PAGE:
Certain combinations of things set off my reviewer radar. New show, new space … is it a pre-West End run or a bad idea about to die? Given the miserable weather, a “musical dance revue” on the theme of liquor still inspired me to go and hope for the best. It helped that “Drunk” was choreographed by Drew McOnie, who proved pretty comprehensively in the Leicester Curve’s Chicago that he knows how to make people move across a stage in interesting ways. And on paper, the cast list looked surprisingly good – dancers from Matthew Bourne, A Chorus Line, really proven talent and very high in the UK scene … and even Gemma Sutton, the Roxie for McOnie’s Chicago. In some ways, the ingredients for success all seemed ready and waiting … rather like a top shelf tequila, a slice of lime, and a salt shaker sitting on the bar of a taqueria. Lick it, slam it, suck it, I thought!
As it turned out, Drunk overdelivered on its promise, with the eight performers positively burning up the floor in a series of numbers loosely structured by Gemma Sutton’s character’s trials (and memories) as she sits in a bar waiting for her date of the evening to show up. This sparked in her the questions, “What do I order? What kind of impression to I want to create?” but dramatically speaking her musings were simply there to tie together a variety of great dance pieces (and occasional songs) that incorporate ballroom, Broadway, acrobatics, mime (oh the polo ponies and rowing crew of Pimms, TOO funny!) and story telling in a entertaining and engrossing way.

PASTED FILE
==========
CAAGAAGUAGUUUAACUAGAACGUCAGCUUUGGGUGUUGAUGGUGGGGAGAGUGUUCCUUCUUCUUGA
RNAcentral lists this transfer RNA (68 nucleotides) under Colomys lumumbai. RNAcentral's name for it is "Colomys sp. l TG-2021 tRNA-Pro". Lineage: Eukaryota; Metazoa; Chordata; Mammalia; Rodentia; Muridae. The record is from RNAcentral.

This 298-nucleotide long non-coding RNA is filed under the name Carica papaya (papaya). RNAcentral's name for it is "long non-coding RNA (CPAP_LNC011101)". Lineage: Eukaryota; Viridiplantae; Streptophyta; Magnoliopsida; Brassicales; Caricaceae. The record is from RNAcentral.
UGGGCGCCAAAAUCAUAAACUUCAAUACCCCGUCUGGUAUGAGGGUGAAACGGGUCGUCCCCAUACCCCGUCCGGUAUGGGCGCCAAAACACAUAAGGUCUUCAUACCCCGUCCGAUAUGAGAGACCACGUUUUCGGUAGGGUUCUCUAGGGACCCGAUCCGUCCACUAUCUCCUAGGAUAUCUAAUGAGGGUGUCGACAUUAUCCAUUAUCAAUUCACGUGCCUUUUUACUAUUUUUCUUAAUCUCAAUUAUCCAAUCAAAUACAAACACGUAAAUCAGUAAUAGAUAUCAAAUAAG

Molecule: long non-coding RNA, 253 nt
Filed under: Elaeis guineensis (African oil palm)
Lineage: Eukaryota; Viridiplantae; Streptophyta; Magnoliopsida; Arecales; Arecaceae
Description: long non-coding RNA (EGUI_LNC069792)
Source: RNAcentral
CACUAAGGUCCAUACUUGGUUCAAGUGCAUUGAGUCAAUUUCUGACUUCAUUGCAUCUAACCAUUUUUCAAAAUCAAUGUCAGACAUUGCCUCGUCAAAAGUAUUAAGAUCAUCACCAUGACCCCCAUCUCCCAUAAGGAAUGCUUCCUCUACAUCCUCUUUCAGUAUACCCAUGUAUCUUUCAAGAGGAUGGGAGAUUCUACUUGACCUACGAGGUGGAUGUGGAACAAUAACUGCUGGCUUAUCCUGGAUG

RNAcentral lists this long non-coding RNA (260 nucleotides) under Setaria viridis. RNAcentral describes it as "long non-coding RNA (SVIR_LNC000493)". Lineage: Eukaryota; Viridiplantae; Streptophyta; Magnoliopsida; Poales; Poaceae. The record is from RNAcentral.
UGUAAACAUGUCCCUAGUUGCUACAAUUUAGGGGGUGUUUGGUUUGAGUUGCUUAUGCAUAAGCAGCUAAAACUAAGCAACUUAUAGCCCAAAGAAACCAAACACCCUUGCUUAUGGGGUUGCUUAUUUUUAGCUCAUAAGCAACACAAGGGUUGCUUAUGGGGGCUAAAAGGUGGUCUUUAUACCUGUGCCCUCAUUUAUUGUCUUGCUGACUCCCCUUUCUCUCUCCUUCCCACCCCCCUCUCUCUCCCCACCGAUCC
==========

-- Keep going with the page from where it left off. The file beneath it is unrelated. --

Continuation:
As a dance fan, the moves were great, and even more intense given the intimate nature of the Bridewell Theater (I’m guessing it holds 150 people – though the sightlines meant that performers’ feet, and sometimes their bodies, slipped from view). However, as a musical theater fan, I loved how well the story telling took place – from pure comedy (“Fosters,” I believe, the tale of an Australian who failed at computin’ when it wasn’t about rootin’) to heartbreaking tragedy (“Scotch and Run”).
All of this was done to a very big band sound, thanks to a trumpet and sax (in addition to piano, drums and bass), which gave it a real classical musical feel. But best of all was the really top performers that had been recruited in to this show. The producers splashed out on real talent, and you could feel it, see it, all but taste it in your mouth. This wasn’t a workshop of a maybe show – this was a deep pockets investment in something really good that ought to be going places.
It all ended about ninety minutes after it began without once wearing out its welcome. With no snazzy new musicals on stage right now, fans of the form ought to get themselves to the Bridewell tout suite – Drunk is unlikely to stay long in its intimate venue with performances this big. Make mine a double!
(This review, which ran in a version in The Public Reviews, is for a performance that took place on Thursday, February 6th, 2014. It continues through Saturday, March 1st. )